Wednesday, November 10, 2021

Surviving The Mid-November Plunge

Sometime in mid-November, spiritual winter begins. The temperatures might not be freezing yet, the solstice is still a month away, snow may not be falling, but something has changed.

The leaves are mostly off the trees. It gets dark before 5PM, and not just any dark, but a kind of truly thick darkness, so dark you can't even see what's outside your window. It's the moment when the reality of the next awful four months begins to sink in. 

Growing up in rural Nebraska it seemed to come like clockwork. The weekend before Thanksgiving the Catholic churches I attended had a bazaar every year, complete with pickle cards, games of chance, and a chicken and noodle dinner. Invariably, the first snow of the year came that week. 

The bazaar in its own way became a crucial method of coping with the mid-November plunge into spiritual winter. As a child it was one of the highlights of the year for me. Now that I am older I must use other methods.

Sometimes this means putting on the right film. Right now I am watching the 2012 adaptation of John Le Carre's Tinker Tailor Soldier Spy. Everyone claims the 1979 British TV version is better, but I don't have that many hours to kill. On a night like this, when I am exhausted from a long day of work, this little two hour window in the gloominess of 70s London and Cold War intrigue hits the spot just fine. 

Music is even more vital as a means to ward off the mid-November plunge. Sometimes the best thing to do is to steer into it. It may be a bit on the nose, but Gordon Lightfoot's "Wreck of the Edmund Fitzgerald" nails this transition well. "The lake it is said never gives up her dead when the gales of November come early" indeed. It is a spooky song with terror lurking beneath the surface, perfect for this spooky time of year when winter's cold dead hand creeps in.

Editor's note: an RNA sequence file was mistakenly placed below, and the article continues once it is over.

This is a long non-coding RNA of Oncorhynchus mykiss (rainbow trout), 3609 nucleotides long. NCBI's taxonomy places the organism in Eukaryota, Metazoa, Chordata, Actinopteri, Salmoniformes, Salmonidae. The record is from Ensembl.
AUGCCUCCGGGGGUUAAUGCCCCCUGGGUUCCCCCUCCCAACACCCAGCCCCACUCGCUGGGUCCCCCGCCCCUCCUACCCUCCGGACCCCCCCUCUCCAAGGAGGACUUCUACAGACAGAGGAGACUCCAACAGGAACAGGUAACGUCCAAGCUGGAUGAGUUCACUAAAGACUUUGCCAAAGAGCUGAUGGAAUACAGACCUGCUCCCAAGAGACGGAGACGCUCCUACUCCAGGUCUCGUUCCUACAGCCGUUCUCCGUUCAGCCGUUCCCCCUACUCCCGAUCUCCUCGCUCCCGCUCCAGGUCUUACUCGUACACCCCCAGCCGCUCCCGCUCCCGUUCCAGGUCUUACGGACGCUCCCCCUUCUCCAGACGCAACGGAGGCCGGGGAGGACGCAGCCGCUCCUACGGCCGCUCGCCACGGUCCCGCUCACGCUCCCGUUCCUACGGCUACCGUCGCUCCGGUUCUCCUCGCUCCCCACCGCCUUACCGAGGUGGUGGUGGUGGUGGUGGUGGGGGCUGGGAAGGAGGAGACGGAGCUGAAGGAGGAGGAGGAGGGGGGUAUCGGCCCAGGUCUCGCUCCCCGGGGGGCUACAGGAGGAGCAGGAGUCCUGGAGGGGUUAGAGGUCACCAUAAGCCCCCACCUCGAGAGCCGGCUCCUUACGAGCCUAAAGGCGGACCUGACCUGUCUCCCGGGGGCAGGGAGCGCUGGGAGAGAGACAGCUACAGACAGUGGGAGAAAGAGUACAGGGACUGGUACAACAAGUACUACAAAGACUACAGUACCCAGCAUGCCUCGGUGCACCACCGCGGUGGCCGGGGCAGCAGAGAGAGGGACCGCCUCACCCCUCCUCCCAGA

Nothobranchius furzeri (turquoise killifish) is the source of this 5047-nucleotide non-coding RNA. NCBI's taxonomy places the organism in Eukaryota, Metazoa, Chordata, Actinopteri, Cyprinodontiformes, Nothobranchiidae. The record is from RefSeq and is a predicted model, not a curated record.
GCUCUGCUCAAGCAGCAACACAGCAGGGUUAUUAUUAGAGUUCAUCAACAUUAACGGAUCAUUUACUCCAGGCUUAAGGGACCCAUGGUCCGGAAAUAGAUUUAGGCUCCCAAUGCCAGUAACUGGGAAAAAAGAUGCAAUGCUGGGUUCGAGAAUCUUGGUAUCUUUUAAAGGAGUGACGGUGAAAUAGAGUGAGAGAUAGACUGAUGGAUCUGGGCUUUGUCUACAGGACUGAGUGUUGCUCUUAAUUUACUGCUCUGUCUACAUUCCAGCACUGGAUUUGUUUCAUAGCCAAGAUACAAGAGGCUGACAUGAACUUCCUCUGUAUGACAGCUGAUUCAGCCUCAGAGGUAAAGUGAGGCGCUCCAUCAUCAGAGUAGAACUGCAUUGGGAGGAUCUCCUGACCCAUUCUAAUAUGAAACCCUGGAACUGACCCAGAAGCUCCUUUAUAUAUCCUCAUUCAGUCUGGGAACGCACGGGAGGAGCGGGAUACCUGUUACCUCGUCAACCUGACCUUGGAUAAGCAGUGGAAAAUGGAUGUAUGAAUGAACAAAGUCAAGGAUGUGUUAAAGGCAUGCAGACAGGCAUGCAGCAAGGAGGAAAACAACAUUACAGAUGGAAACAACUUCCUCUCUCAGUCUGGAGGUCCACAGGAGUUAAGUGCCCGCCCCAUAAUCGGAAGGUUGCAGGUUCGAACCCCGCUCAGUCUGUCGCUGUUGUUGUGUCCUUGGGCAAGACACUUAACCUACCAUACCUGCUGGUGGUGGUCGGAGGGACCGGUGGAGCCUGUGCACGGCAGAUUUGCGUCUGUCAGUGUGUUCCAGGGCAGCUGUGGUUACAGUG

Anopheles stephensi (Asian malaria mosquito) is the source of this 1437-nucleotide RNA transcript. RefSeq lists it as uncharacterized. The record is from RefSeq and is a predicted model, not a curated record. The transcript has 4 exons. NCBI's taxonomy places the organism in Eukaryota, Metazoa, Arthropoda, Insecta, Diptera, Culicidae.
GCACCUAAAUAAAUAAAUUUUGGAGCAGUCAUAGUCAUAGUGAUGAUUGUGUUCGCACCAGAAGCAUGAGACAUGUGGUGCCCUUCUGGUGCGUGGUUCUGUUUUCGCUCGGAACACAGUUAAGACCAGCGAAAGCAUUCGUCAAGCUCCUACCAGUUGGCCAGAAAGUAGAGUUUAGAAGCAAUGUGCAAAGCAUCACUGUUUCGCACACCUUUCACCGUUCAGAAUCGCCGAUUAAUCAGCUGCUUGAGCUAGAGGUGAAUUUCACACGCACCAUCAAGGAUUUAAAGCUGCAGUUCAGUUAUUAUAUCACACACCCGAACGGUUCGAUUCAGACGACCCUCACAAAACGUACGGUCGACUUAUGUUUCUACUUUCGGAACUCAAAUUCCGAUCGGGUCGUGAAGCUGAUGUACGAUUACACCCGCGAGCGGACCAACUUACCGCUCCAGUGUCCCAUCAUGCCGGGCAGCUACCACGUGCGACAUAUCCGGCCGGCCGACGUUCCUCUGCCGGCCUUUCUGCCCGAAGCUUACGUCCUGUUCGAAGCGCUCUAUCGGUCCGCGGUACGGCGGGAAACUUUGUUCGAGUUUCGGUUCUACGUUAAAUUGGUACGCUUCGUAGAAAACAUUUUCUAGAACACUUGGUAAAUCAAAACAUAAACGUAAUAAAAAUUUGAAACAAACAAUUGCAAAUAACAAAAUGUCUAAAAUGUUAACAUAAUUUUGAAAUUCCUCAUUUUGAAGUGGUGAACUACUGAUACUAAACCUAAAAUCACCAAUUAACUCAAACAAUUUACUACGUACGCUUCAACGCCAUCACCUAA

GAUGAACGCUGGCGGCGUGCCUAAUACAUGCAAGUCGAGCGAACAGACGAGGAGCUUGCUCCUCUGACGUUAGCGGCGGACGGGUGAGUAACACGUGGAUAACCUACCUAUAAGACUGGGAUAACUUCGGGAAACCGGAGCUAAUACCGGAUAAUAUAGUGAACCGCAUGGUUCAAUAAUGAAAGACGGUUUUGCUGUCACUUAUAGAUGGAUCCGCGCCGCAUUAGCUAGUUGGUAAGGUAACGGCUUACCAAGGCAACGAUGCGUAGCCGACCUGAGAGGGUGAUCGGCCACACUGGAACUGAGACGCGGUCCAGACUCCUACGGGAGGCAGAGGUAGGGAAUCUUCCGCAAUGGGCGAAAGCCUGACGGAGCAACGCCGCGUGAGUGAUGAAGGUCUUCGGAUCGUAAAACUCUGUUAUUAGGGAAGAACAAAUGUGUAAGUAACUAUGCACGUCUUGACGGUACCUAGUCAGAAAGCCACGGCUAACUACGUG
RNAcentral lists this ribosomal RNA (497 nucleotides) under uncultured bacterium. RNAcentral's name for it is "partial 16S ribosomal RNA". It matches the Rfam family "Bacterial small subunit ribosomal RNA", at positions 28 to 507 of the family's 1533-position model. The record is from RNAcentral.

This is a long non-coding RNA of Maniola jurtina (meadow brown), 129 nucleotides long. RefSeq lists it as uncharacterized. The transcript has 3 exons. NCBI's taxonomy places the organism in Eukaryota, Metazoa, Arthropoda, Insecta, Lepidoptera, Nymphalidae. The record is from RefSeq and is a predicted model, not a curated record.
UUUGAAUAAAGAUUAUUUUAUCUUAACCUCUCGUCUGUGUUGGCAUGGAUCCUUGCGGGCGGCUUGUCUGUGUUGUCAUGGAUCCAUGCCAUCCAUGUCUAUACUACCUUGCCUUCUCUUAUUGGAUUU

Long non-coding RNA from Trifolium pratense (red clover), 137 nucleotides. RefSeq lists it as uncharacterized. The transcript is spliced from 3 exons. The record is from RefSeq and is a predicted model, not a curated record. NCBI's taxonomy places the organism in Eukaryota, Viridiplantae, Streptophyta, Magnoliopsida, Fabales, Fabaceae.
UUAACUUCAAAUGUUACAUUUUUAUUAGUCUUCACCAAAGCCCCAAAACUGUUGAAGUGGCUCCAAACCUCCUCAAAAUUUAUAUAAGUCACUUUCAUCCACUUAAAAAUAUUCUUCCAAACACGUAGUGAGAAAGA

Best of all, surviving this plunge requires the right food drink. Hearty stews and root vegetables can make the belly feel warm. A dark porter beer or musky bourbon provide a different kind of hearty warmth. As much as we moderns pretend otherwise, humans are still biological creatures subject to the changing of the seasons. This particular seasonal change can be depressing, but I am trying as always to revel in its fearsome nature. Here's hoping spring comes sooner than usual this time. 

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